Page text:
San Salvador, El Salvador (via Wikimedia Commons)
“Remember that you are dust, and to dust you shall return.”
I have been reacquainted with dust. It happened as I rode in the back of a pick-up truck to a deeply remote village in El Salvador. Few go there. We made the trek to gather in solidarity with the poor of that community in their struggle for purpose and dignity. It is a ministry of accompaniment as we seek with them to change the structures that hold them captive.
Clouds of dust swirled around us and clung to our skin, moist from the heat of the day. Grit argued with my teeth when they came together, bracing for the jolt of the next deep rut. My clerical shirt, soaked in sweat, was browned by the dirt of the miles-long road that beckoned us to our destination. This is the dust of justice as longed for in the hearts of God’s people. They anxiously await our arrival for they inform us later that our very visit is a gift of encouragement.
It happened too when sitting in the chapel where, as he stood at the altar ready to transition into the Great Thanksgiving, Monsignor Oscar Romero was murdered by an assassin’s bullet. I was confronted with the dust of my mortality as I once again heard the account of that horrific day from the nun who oversees the shrine and still-active place of worship. Standing before the blood-soaked clerical shirt and vestments hung in his modest apartment, I am confronted with the dust of my call as a person of Christ. A great leveling occurs. All humanity is one in that moment. My shirt was brown with the transplanted particles of a road, his with the dried blood of a martyr. Blood and dirt are sacramentalized in the smudge on my forehead, your forehead, this day. It is all of the earth. This is the dust of sacrifice and the blood of the people resides in it.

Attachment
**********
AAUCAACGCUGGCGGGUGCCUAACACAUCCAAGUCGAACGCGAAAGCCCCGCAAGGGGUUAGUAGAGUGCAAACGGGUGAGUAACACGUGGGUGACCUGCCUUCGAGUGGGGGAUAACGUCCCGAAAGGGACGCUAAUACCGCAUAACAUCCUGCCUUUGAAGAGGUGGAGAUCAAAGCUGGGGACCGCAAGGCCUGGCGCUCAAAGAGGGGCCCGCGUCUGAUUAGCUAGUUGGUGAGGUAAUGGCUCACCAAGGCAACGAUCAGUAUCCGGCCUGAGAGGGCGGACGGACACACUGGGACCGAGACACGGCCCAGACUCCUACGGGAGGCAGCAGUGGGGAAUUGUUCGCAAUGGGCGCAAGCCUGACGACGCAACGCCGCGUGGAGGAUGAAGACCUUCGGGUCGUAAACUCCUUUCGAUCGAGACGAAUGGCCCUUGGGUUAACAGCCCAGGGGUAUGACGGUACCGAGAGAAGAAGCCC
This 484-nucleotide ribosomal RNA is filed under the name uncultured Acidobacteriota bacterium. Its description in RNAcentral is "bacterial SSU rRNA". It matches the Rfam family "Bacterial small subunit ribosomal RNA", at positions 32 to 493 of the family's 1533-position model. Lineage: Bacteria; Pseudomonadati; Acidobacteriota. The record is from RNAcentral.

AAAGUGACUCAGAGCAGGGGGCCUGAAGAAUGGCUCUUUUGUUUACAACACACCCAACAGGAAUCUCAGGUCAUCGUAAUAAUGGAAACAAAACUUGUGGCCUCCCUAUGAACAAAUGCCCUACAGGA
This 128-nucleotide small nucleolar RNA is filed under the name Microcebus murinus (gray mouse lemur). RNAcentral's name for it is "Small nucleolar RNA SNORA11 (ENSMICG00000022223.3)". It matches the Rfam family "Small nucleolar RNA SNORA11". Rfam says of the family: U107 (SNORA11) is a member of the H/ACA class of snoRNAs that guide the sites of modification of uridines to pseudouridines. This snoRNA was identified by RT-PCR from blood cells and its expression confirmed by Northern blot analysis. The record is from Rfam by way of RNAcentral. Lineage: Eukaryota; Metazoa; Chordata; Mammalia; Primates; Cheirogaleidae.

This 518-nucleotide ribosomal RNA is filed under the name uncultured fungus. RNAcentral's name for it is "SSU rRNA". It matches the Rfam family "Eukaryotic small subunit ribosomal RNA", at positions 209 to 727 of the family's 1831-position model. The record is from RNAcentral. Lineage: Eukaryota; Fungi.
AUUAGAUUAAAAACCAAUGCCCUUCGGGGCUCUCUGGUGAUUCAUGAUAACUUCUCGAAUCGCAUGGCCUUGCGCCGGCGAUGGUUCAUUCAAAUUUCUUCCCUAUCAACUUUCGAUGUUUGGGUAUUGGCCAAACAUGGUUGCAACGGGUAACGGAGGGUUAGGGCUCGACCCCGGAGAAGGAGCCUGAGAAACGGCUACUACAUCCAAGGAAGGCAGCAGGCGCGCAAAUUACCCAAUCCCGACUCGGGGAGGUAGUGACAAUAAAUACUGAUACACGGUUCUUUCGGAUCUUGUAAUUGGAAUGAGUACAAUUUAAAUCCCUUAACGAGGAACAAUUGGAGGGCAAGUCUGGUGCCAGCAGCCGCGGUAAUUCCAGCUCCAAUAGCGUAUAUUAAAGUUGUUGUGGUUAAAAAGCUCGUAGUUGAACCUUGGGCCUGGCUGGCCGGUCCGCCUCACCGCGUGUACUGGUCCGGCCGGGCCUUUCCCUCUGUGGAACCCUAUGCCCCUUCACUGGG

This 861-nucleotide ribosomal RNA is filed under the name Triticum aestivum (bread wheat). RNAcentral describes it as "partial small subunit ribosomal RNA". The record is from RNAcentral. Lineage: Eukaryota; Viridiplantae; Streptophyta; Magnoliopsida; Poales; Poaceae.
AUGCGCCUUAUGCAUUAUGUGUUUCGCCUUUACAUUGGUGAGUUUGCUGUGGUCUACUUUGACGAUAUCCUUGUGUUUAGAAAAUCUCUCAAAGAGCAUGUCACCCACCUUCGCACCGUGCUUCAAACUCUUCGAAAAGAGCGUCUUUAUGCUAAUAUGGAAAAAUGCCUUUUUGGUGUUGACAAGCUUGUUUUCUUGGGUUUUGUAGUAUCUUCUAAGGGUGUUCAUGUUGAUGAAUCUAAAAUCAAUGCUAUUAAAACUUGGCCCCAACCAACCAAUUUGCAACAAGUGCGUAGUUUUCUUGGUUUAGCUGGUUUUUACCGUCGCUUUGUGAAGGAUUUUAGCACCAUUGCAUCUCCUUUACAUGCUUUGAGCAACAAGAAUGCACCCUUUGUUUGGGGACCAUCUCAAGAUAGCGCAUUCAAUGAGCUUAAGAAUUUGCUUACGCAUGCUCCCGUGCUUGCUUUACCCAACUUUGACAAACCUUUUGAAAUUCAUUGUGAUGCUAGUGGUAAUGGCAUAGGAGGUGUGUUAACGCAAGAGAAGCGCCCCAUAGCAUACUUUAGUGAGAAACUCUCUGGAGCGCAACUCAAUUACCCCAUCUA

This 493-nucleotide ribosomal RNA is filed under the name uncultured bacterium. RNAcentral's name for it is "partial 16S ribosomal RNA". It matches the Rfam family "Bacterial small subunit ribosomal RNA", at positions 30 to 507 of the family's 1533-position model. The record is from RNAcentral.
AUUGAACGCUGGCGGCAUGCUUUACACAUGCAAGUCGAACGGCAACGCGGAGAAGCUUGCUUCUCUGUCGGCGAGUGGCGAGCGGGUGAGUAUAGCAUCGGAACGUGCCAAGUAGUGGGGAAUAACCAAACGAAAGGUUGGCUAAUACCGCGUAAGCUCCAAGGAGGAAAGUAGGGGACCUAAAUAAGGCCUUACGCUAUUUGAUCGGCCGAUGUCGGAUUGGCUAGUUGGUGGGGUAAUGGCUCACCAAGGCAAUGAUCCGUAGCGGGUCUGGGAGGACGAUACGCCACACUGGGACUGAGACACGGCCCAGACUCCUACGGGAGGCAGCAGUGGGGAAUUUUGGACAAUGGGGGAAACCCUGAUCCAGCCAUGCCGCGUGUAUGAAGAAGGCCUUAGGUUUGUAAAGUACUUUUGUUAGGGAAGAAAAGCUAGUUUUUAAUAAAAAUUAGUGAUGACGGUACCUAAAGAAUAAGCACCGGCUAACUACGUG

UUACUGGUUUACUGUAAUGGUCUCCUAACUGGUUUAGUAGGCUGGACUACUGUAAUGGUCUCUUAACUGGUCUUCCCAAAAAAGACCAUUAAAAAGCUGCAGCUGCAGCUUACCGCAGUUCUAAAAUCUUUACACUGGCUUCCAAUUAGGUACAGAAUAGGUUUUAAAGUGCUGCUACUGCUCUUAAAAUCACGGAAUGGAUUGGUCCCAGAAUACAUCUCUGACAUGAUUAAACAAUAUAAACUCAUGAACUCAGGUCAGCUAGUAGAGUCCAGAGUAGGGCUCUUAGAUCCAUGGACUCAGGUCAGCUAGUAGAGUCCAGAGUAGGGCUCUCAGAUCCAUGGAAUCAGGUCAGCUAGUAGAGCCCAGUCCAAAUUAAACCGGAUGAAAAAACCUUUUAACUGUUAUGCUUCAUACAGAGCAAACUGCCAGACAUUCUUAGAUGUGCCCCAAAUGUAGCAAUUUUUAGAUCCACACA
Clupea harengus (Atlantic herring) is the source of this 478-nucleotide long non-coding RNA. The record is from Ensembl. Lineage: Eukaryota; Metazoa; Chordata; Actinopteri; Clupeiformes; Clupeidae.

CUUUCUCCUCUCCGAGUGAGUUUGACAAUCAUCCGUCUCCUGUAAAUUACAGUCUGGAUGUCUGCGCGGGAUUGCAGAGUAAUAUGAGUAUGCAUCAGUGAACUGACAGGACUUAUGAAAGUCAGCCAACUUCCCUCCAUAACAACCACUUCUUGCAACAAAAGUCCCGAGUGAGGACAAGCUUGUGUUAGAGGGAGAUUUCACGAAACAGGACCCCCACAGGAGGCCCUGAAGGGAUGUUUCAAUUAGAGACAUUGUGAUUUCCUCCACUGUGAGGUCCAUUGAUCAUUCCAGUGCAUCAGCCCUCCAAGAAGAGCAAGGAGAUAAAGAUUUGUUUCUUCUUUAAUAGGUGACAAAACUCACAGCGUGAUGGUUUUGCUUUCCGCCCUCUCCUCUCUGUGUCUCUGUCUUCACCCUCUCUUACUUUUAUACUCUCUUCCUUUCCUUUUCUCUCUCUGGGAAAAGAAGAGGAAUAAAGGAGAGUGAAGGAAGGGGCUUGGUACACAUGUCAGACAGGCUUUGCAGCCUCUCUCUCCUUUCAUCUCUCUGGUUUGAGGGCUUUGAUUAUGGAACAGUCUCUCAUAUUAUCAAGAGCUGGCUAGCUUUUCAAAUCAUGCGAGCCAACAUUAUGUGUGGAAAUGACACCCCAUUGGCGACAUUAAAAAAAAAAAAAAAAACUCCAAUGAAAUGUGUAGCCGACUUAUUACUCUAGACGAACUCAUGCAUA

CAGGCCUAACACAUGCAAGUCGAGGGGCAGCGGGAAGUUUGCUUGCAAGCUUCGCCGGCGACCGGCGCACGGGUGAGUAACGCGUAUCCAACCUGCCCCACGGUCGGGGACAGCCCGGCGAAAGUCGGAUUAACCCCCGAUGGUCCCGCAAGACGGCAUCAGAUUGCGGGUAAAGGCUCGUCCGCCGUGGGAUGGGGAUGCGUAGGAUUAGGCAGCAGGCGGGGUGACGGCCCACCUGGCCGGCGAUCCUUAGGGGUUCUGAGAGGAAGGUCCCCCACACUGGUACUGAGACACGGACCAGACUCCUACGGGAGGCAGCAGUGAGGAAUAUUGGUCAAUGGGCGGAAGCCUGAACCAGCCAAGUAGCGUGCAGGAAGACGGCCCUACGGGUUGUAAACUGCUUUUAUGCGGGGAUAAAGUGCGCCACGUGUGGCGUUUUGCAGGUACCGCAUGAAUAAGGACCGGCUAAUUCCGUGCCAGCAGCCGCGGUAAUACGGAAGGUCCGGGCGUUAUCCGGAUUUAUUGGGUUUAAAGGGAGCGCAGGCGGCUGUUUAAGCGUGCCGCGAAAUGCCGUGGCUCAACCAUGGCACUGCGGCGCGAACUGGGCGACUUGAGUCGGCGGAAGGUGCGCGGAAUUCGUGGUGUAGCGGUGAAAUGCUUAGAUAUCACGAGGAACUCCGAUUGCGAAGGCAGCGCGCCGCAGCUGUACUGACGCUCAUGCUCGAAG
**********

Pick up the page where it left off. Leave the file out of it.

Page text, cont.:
I gaze in prayer upon some of the worst that humanity can perpetrate upon another. Archbishop Romero’s cause was the people: God ‘s justice and peace for every human being. The word that comes to me rising up from within is “offering,” meditating upon a life lived and sacrificed along with tens of thousands of others that God’s people might know the possibility of a new and transformed life. I will live with that word “offering” all this Lent.
Today, Ash Wednesday, calls us to be honest. Honest with God, honest with ourselves, honest within our communities, about whom we really are and who we are in Christ. We must begin with the honesty of our baptism where we are assured of our belovedness in God’s mercy. Everything must begin and end there. Yet even as we are dust, mortal and too often captured by our own brokenness and that of all humanity, we are redeemed dust. We are by grace continually being made new, transformed into the likeness of Christ. The stewardship of our life in almsgiving, prayer and fasting is to set us to look toward God as the ground of our being and to all God’s people as worthy of our love. Making it real and present is our work.
Remember always you are dust. Every particle of your dust, your being, calls out the God-question “O creature of the earth, why are you here?” May your life be spent, offered, honest, in response.